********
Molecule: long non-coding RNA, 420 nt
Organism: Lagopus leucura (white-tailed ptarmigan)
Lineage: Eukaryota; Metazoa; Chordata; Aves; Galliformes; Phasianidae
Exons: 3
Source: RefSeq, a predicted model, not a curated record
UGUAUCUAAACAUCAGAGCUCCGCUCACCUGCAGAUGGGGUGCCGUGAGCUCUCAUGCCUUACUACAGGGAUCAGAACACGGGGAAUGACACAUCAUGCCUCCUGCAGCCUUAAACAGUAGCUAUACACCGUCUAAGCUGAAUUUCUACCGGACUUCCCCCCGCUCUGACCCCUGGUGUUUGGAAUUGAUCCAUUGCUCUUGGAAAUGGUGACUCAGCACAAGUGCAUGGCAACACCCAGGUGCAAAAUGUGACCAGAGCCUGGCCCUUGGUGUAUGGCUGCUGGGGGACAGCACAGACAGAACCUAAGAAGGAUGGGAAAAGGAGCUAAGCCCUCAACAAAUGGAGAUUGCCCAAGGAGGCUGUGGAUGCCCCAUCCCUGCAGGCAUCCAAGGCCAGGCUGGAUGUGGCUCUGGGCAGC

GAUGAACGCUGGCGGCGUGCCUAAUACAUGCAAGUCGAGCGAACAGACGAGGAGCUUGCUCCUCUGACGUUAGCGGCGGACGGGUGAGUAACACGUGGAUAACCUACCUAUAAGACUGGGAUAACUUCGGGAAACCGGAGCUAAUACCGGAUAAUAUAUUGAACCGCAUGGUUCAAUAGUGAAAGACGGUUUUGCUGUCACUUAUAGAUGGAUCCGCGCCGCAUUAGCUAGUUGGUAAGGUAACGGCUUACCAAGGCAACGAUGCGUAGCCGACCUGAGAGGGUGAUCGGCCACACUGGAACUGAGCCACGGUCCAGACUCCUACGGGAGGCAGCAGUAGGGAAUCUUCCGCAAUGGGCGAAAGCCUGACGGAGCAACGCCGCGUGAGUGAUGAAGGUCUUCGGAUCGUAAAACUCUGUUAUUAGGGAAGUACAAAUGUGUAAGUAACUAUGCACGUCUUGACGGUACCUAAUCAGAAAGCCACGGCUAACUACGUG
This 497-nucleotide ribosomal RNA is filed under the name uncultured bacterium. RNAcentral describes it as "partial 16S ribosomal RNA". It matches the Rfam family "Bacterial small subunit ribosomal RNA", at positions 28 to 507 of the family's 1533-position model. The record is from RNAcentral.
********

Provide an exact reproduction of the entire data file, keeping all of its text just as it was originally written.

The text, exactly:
Molecule: long non-coding RNA, 420 nt
Organism: Lagopus leucura (white-tailed ptarmigan)
Lineage: Eukaryota; Metazoa; Chordata; Aves; Galliformes; Phasianidae
Exons: 3
Source: RefSeq, a predicted model, not a curated record
UGUAUCUAAACAUCAGAGCUCCGCUCACCUGCAGAUGGGGUGCCGUGAGCUCUCAUGCCUUACUACAGGGAUCAGAACACGGGGAAUGACACAUCAUGCCUCCUGCAGCCUUAAACAGUAGCUAUACACCGUCUAAGCUGAAUUUCUACCGGACUUCCCCCCGCUCUGACCCCUGGUGUUUGGAAUUGAUCCAUUGCUCUUGGAAAUGGUGACUCAGCACAAGUGCAUGGCAACACCCAGGUGCAAAAUGUGACCAGAGCCUGGCCCUUGGUGUAUGGCUGCUGGGGGACAGCACAGACAGAACCUAAGAAGGAUGGGAAAAGGAGCUAAGCCCUCAACAAAUGGAGAUUGCCCAAGGAGGCUGUGGAUGCCCCAUCCCUGCAGGCAUCCAAGGCCAGGCUGGAUGUGGCUCUGGGCAGC

GAUGAACGCUGGCGGCGUGCCUAAUACAUGCAAGUCGAGCGAACAGACGAGGAGCUUGCUCCUCUGACGUUAGCGGCGGACGGGUGAGUAACACGUGGAUAACCUACCUAUAAGACUGGGAUAACUUCGGGAAACCGGAGCUAAUACCGGAUAAUAUAUUGAACCGCAUGGUUCAAUAGUGAAAGACGGUUUUGCUGUCACUUAUAGAUGGAUCCGCGCCGCAUUAGCUAGUUGGUAAGGUAACGGCUUACCAAGGCAACGAUGCGUAGCCGACCUGAGAGGGUGAUCGGCCACACUGGAACUGAGCCACGGUCCAGACUCCUACGGGAGGCAGCAGUAGGGAAUCUUCCGCAAUGGGCGAAAGCCUGACGGAGCAACGCCGCGUGAGUGAUGAAGGUCUUCGGAUCGUAAAACUCUGUUAUUAGGGAAGUACAAAUGUGUAAGUAACUAUGCACGUCUUGACGGUACCUAAUCAGAAAGCCACGGCUAACUACGUG
This 497-nucleotide ribosomal RNA is filed under the name uncultured bacterium. RNAcentral describes it as "partial 16S ribosomal RNA". It matches the Rfam family "Bacterial small subunit ribosomal RNA", at positions 28 to 507 of the family's 1533-position model. The record is from RNAcentral.